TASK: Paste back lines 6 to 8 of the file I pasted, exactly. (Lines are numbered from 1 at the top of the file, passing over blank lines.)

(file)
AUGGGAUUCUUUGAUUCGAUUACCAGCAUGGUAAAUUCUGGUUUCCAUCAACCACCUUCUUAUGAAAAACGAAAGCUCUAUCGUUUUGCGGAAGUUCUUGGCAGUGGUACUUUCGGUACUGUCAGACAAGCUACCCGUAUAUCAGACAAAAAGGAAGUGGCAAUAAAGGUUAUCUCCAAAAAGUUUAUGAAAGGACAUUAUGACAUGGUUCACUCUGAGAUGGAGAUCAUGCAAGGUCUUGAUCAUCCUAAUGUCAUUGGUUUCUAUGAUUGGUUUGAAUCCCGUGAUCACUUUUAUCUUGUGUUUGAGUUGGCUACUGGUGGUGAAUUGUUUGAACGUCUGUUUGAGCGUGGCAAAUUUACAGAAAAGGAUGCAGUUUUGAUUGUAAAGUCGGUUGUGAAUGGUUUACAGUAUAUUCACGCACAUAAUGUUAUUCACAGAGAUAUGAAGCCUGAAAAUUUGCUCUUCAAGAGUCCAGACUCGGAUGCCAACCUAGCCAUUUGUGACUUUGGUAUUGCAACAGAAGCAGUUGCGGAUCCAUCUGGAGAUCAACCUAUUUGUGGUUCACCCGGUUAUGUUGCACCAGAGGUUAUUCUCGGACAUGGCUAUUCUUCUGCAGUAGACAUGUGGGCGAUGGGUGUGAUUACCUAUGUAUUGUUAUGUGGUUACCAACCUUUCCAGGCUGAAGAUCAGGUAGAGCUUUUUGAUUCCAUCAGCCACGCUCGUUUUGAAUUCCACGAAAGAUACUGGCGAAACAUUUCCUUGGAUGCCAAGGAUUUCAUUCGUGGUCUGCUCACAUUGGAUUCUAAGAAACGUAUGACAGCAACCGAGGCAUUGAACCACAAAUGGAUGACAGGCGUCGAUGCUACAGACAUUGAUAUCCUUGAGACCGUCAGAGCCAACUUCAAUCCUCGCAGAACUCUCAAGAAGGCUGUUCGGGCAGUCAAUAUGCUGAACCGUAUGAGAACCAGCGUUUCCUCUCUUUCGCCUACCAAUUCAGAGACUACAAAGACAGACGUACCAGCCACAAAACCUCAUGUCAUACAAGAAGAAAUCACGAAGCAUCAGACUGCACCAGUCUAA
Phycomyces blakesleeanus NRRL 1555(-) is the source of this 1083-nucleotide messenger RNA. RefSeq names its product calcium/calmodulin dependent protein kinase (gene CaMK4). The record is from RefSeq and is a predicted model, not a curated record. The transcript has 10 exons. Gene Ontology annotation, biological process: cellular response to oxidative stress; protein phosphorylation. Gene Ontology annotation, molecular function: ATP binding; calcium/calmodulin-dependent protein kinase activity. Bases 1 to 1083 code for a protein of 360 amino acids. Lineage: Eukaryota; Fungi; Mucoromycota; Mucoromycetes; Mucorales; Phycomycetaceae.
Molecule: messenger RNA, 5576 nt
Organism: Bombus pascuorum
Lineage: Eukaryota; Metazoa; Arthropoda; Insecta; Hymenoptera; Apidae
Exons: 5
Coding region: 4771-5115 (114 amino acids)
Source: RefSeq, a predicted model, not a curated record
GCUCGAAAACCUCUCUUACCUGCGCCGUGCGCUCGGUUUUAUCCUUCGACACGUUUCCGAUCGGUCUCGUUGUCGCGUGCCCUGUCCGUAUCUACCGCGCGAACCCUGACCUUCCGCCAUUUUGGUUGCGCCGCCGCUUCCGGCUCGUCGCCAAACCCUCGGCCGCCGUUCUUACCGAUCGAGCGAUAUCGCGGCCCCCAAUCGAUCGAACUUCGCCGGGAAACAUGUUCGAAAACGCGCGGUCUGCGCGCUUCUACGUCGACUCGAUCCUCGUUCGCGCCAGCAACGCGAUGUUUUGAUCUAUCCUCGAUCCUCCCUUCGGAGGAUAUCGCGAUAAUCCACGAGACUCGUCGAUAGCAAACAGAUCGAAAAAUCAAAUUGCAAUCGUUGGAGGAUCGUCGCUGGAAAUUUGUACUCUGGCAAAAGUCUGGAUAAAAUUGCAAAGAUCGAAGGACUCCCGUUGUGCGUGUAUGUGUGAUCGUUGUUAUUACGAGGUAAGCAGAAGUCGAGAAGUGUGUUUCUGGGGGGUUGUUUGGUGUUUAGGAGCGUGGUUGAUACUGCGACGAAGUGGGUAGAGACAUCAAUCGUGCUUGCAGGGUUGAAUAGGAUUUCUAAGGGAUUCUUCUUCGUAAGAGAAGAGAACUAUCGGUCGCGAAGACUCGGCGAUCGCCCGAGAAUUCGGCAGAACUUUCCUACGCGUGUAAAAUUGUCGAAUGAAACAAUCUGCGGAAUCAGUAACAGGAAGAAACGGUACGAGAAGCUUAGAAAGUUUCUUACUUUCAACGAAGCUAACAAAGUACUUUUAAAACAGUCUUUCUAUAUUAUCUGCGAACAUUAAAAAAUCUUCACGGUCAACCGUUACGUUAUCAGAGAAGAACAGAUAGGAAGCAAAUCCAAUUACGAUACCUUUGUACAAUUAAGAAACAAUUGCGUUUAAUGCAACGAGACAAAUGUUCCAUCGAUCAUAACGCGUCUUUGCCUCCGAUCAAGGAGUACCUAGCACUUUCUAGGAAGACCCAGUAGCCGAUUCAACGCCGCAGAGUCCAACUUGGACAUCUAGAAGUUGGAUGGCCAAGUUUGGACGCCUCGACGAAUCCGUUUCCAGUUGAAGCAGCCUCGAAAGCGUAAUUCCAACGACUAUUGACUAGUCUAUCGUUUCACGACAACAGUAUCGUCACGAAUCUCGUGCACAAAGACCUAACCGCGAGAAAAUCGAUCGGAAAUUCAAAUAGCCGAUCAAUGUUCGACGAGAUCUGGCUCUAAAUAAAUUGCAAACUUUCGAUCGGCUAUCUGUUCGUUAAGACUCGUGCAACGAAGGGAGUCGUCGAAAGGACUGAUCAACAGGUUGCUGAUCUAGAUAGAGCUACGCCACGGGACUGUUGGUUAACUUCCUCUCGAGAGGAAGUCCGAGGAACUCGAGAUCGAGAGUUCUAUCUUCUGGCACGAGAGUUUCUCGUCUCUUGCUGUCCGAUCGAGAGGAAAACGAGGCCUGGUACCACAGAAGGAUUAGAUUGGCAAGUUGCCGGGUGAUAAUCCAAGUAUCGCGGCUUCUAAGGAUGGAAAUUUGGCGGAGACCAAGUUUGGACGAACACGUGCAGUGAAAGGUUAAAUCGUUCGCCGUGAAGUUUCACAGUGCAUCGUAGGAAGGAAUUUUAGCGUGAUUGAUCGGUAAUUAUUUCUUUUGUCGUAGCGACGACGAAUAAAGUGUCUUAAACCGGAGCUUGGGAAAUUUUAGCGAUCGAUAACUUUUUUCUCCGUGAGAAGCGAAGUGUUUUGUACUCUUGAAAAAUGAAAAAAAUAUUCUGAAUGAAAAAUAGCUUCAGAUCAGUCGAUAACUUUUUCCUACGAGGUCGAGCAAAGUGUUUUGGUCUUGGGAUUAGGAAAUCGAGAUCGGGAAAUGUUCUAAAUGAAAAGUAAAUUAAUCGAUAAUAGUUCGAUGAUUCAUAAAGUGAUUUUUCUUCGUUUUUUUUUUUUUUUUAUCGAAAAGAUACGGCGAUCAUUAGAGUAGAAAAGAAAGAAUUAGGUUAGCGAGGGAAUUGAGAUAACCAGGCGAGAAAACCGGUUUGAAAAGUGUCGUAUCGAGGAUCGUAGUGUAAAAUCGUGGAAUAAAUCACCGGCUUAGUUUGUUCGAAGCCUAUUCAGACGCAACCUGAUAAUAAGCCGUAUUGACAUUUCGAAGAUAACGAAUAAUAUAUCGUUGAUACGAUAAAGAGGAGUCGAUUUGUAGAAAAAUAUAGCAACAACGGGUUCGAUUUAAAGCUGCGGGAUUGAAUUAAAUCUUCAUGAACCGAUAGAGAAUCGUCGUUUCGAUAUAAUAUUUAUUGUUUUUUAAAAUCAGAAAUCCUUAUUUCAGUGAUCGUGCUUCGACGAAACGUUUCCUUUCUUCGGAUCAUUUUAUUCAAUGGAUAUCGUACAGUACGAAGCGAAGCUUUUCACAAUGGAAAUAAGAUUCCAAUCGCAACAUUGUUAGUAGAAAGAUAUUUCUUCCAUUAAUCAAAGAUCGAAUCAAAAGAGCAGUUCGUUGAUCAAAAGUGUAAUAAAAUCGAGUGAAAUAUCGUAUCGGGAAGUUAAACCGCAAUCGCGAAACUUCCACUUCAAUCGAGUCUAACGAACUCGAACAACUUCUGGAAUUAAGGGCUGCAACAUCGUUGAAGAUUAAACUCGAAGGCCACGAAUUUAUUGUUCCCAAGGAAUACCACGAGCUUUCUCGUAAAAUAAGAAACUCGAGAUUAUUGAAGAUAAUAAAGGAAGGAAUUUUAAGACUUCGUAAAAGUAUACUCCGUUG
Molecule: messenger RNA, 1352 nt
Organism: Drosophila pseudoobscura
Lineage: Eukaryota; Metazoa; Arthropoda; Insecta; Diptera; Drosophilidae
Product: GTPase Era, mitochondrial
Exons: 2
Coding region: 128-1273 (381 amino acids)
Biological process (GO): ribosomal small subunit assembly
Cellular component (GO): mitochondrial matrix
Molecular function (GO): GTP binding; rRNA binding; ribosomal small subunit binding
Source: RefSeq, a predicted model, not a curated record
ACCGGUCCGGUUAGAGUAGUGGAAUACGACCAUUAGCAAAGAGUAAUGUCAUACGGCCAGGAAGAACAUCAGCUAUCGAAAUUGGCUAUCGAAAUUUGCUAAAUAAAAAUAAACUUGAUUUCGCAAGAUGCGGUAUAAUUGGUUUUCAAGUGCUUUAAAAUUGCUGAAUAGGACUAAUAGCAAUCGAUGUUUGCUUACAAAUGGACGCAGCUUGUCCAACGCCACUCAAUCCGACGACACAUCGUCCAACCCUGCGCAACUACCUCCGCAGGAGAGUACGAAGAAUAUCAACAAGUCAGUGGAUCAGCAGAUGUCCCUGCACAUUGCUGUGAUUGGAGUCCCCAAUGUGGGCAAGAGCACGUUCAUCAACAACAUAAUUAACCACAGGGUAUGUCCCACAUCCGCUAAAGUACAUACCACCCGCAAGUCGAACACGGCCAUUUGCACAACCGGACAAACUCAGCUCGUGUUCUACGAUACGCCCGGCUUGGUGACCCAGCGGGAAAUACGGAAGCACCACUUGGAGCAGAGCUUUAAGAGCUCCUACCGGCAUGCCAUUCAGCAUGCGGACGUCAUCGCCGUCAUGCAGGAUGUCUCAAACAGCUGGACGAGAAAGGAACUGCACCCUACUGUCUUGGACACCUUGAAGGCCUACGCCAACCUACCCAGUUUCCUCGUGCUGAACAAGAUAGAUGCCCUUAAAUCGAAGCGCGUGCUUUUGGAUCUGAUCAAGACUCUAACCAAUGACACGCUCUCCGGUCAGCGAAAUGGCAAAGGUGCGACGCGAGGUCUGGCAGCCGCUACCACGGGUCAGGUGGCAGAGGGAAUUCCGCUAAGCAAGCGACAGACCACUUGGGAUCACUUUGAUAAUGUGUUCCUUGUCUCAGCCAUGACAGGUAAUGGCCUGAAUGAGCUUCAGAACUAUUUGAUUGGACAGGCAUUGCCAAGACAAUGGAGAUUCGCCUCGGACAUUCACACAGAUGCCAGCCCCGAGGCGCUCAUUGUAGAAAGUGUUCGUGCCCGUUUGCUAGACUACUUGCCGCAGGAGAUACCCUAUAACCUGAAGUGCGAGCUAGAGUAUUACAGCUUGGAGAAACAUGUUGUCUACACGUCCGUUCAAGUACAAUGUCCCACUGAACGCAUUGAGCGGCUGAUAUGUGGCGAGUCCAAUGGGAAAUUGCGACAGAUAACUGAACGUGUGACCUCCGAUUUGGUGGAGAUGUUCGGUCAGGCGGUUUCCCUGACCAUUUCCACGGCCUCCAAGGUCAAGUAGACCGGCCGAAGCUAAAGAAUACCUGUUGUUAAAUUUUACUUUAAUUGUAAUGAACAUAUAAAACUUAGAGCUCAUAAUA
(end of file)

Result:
Exons: 5
Coding region: 4771-5115 (114 amino acids)
Source: RefSeq, a predicted model, not a curated record